If you don’t have bottles yet or are looking for an upgrade, I can’t say enough how much I recommend getting these bottles. The vent system releases air out of the bottom of the bottle to prevent air bubbles in your baby’s tummy. They are also designed with an angle to facilitate upright feeding and help your paced bottle-feeding be as successful as possible. AND they come with nipples that are designed to help babies transition back and forth between bottle and breast.
Step Two: Hold your baby in a (slightly reclined) seated position.
We naturally lay our babies down while bottle-feeding, but that’s actually the opposite of what you want to do! Keep your baby almost completely sitting, in just a slightly reclined position throughout the entire feeding. This helps your baby to slow down her feeding. It also sends milk to the bottom of her stomach and any gas to the top of her stomach, which is a key tool to reduce acid reflux.
Step Three: Let your baby actively take in the nipple instead of forcing it in.
One of the great things about breastfeeding is that it stimulates your baby’s root and suck reflexes, which are typically under-stimulated in bottle-fed babies. But not with paced bottle-feedings!
Lightly brush the nipple from her top lip to her bottom lip. Then allow her to search for the nipple and open wide. That’s your cue to insert the nipple into her mouth. This is also super helpful for moms that are also nursing because it promotes a better latch when your baby breastfeeds.
Step Four: Hold the bottle at a horizontal angle.
When you give your baby his bottle, you want it to be almost completely parallel to the floor, with just a little milk in the nipple. You don’t want to hold it vertically or completely fill the nipple with milk.
By holding it horizontally, you slow the milk flow and keep your baby from eating too much too fast. It also stimulates the slower flow of breastfeeding and prevents your baby from preferring the bottle over the breast. For this same reason, make sure that you are using slow flow nipples with your babies. Only switch to medium or faster flows if you have fast let-down or if your older baby starts to become overly frustrated or tired after bottle feeding. This might be signs that your baby is ready for a faster flow.
Step Five: Pause every few minutes.
Remember that paced bottle-feeding is designed to listen to your baby’s cues and mimic breastfeeding. By pausing and re-starting every few minutes, you mimic the normal let-down reflex of breastfeeding. You also give your baby time to decide if he’s full yet. Tip the bottle down or remove the nipple for a short break and then allow your baby to root for the nipple and begin eating again.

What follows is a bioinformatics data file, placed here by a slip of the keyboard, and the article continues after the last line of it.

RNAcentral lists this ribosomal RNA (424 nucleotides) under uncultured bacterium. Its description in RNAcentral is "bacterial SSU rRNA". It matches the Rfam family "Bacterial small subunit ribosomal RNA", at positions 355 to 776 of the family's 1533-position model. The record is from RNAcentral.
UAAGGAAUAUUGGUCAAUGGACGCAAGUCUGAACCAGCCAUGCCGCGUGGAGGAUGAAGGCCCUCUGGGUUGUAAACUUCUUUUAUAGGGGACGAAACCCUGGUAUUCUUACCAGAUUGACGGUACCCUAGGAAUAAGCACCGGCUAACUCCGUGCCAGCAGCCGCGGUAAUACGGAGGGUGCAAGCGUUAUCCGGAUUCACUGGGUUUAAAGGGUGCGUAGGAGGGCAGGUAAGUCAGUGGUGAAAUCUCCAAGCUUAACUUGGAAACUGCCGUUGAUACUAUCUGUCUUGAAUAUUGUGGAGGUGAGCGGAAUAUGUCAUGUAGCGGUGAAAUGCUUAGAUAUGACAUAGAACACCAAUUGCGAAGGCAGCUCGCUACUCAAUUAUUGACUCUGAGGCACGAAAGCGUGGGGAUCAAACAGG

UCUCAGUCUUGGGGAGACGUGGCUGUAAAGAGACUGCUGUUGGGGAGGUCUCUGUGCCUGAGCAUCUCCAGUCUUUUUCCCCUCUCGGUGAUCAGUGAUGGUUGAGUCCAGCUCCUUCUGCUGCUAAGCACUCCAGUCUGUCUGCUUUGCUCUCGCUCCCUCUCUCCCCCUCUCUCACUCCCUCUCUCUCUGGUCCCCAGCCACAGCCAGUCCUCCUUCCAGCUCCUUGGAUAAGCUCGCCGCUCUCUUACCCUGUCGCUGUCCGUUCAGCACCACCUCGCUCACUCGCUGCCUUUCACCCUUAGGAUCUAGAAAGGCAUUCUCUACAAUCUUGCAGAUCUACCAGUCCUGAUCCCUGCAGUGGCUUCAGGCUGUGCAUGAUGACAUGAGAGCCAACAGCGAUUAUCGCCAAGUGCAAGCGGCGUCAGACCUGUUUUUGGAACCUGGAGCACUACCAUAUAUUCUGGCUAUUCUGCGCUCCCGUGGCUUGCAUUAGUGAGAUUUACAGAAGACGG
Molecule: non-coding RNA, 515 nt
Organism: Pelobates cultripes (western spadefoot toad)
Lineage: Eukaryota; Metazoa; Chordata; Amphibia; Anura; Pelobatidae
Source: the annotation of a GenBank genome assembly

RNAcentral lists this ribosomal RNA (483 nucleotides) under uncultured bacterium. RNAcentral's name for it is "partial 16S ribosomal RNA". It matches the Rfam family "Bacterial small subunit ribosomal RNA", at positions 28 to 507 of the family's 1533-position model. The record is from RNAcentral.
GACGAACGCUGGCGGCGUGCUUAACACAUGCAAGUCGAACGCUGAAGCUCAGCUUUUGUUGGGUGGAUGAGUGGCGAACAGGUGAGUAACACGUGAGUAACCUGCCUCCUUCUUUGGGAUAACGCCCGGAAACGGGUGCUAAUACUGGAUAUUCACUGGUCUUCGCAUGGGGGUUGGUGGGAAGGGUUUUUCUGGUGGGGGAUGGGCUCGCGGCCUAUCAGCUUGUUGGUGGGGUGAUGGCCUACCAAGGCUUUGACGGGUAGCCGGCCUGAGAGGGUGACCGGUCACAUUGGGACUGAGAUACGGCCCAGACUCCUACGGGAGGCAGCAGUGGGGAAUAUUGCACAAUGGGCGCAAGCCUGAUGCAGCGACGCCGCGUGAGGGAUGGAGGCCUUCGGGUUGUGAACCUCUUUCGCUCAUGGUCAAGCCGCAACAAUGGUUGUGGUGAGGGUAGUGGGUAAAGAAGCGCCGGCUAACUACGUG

Step Six: Switch sides halfway.
This did not come intuitively for me, but it is an important step of paced bottle-feeding. Halfway through the feeding, purp your baby and then switch arms that you are holding her. This prevents side preference and makes sure that all facial muscles are evenly developed because she sees your face and the bottle from both angles.
It also prevents your baby from getting a flat spot on one side of her head, which totally started to happen with my baby because I was always holding him in my felt arm. Whoops! Luckily, we caught this right away and started holding him in both arms more evenly.
Step Seven: Stop the feeding when your baby shows signs of fullness.
With bottle-feeding, it is so tempting to nudge your baby a little and encourage him to drink the whole bottle. You don’t want to waste any of that expensive formula or precious breastmilk. And usually, your baby will keep drinking if you keep encouraging him. However, this leads to overeating and causes extra gassiness, spitting up, and colic symptoms.
When your baby starts refusing the nipple, turning his face away, or dozing off and letting the nipple fall out of his mouth, it’s a sign that he’s full. My baby will also get fussy and squirm more when he’s trying to tell me that he is done eating. Once your baby shows these signs, respect him and stop the feeding until he is hungry again.
Step Eight: Don’t rush the feeding.
Nursing takes a while and your baby won’t be able to breastfeed in two minutes. She shouldn’t take a bottle in two minutes either. Make sure that you slow down the feeding to last at least 10-20 minutes. This allows you to have more time to bond with your baby and she can tell when she’s satiated. This also helps breastfed babies, because they don’t become frustrated with slow nursing sessions after fast bottle-feedings.
Get started today!
Now that you know how easy it is to start paced bottle-feeding with your baby, I recommend that you start with your very next bottle feeding!
Leave a comment below and share your experience. How often did your baby get a bottle? Did you ever try paced bottle-feeding?